19. To add to the above -- is this test using lots of smaller files or fewer larger ones? I'd benchmark using something like: Current data set using disk-to-disk backup Current data set using disk-to-tape backup (which you've already done) 1TB tarball, disk-to-disk 1TB tarball, disk-to-tape ...and I wouldn't be surprised if you end up using some form of disk-to-disk-to-tape if you want to maximise tape-write speed -- at least until the API changes David mentioned come down the pipe. But -- do you want to, if it's at the expense of added complexity? While it's nice to go as fast as you can go, if you're completing during your backup window and not wasting too much tape (i.e. the drive's variable-speed operation copes well enough to reduce "shoe-shining" either completely or to an acceptable amount), then having another step to manage may not be worth the hassle. Nige
  20. Doug, Have you got access to another Mac with a CD/DVD drive and a Firewire connection? Doesn't matter what it is -- you may even be able to use that old G4 laptop, depending on what died. What you might be able to do is: Start the other Mac up in Target Disk mode (hold down the T key at startup) Connect it to your Mac Mini with Firewire Both the HD *and* the optical drive will then be available to the Mac Mini as external drives Then put the disks into the other Mac's optical drive when prompted by RS on the Mini. Might get you round any drive problems without requiring a trip to Ebay. Nige
  21. RS reporting on the Mac's Console knocks spots off the Windows version. Particularly useful, I find, is the pre-rolled "No Backup in 7 Days". It would be even more useful if I could take that report and use it to generate emails to those affected users, including standard advice to restart their machine, plug in to the Ethernet rather use wireless, etc. Anyone know of a way to extract that data from the report, ideally scriptable? I can kluge something together by printing it to PDF, using Acrobat to save as text, then parsing the resulting file for client names and matching them against our user database -- but that amount of interaction means it won't get done very often... Would it be worth investigating Data Hooks to achieve this? Can I access the Retrospect API from outside the Console/Dashboard? We used to use the equivalent of today's script-hooks to send the summary of each backup directly into a database, and generate the emails from searching that, which could be another option. Anybody doing something similar, before I reinvent this particular wheel?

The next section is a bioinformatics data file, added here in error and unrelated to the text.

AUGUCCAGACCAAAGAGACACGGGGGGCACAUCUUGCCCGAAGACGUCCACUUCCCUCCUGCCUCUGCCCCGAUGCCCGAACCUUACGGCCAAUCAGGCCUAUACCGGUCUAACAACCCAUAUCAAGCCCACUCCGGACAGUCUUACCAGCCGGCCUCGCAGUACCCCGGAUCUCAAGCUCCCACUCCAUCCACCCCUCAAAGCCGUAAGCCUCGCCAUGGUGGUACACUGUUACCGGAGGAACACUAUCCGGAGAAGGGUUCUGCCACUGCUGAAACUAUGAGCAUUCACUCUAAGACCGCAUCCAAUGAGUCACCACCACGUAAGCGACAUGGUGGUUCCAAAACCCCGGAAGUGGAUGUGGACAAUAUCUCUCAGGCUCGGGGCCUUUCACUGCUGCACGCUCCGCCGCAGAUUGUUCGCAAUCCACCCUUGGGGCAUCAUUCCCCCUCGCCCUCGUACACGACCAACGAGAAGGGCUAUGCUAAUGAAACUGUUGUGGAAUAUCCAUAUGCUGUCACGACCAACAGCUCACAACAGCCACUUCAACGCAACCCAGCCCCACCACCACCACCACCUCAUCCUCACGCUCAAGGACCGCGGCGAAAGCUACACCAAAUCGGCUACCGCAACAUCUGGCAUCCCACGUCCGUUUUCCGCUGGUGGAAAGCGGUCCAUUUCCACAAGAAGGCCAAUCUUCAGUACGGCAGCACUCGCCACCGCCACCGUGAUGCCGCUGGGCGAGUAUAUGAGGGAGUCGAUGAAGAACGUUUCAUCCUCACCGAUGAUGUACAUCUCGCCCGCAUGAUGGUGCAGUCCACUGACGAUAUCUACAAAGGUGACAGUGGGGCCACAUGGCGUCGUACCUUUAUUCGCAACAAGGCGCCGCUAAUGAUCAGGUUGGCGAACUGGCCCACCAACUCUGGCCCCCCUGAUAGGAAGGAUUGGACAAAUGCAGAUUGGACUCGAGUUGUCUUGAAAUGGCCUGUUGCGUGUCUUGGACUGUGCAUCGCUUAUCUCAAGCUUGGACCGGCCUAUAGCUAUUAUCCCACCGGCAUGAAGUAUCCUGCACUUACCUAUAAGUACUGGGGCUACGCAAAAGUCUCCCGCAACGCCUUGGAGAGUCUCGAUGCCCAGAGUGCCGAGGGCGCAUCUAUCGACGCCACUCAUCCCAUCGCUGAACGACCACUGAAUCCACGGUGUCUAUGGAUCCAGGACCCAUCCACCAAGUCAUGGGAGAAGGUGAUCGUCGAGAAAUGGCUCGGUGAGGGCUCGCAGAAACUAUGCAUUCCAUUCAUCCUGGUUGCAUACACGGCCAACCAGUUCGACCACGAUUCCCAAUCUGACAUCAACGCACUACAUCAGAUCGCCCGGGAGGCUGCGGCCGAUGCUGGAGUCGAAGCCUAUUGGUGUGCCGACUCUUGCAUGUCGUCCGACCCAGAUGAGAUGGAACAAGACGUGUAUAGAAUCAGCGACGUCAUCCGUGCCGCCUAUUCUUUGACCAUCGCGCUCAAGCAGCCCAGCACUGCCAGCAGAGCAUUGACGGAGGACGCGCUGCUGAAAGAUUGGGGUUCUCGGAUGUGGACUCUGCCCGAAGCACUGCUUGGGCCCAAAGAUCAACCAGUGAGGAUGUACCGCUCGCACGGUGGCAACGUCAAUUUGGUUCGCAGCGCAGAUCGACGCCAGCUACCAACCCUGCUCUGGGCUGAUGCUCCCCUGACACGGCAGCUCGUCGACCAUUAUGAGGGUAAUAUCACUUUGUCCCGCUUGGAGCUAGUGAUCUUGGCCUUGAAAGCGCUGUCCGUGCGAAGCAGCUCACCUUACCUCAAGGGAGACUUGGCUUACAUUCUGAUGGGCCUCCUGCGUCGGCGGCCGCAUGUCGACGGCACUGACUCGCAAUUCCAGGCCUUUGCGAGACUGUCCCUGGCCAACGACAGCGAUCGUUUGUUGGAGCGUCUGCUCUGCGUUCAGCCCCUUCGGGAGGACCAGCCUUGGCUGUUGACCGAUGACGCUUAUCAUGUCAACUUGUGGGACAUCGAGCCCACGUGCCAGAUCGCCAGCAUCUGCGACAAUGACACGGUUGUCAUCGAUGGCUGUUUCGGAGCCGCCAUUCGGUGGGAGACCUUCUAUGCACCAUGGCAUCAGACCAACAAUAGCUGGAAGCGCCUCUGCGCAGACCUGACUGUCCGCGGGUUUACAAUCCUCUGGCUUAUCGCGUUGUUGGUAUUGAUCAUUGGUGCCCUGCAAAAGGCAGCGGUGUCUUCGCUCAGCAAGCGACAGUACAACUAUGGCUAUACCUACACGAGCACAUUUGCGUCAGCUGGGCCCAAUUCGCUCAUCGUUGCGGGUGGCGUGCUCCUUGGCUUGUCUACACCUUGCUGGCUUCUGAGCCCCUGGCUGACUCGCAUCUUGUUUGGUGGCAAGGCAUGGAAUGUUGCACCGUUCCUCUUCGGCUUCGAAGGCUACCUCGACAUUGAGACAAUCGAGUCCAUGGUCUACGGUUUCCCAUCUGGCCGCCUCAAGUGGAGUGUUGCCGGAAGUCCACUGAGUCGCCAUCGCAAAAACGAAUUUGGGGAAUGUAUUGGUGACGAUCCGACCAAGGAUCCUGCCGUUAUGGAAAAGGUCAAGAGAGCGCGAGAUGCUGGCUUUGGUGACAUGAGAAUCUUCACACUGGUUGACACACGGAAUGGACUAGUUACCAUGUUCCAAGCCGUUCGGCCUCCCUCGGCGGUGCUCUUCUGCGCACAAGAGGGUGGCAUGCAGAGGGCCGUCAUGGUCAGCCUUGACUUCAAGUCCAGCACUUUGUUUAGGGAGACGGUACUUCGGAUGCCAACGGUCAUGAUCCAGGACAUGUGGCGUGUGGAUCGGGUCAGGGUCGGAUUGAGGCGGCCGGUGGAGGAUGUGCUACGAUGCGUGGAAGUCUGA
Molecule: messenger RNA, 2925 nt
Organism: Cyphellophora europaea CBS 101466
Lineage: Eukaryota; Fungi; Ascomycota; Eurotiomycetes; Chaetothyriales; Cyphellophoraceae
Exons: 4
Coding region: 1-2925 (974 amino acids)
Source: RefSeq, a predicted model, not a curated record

22. On my MacBook Mojave test machine, screen sleeping/CPU working works just the same as always -- tick the box to "Prevent computer from sleeping..." in Energy Saver's "Power Adapter" tab, leave "Wake for network access" and "Enable Power Nap..." untucked (since we don't need them), screen will eventually go black but computer is still available over ssh, sharing, etc. What machine(s) are you using? I might have something around I can try and duplicate on.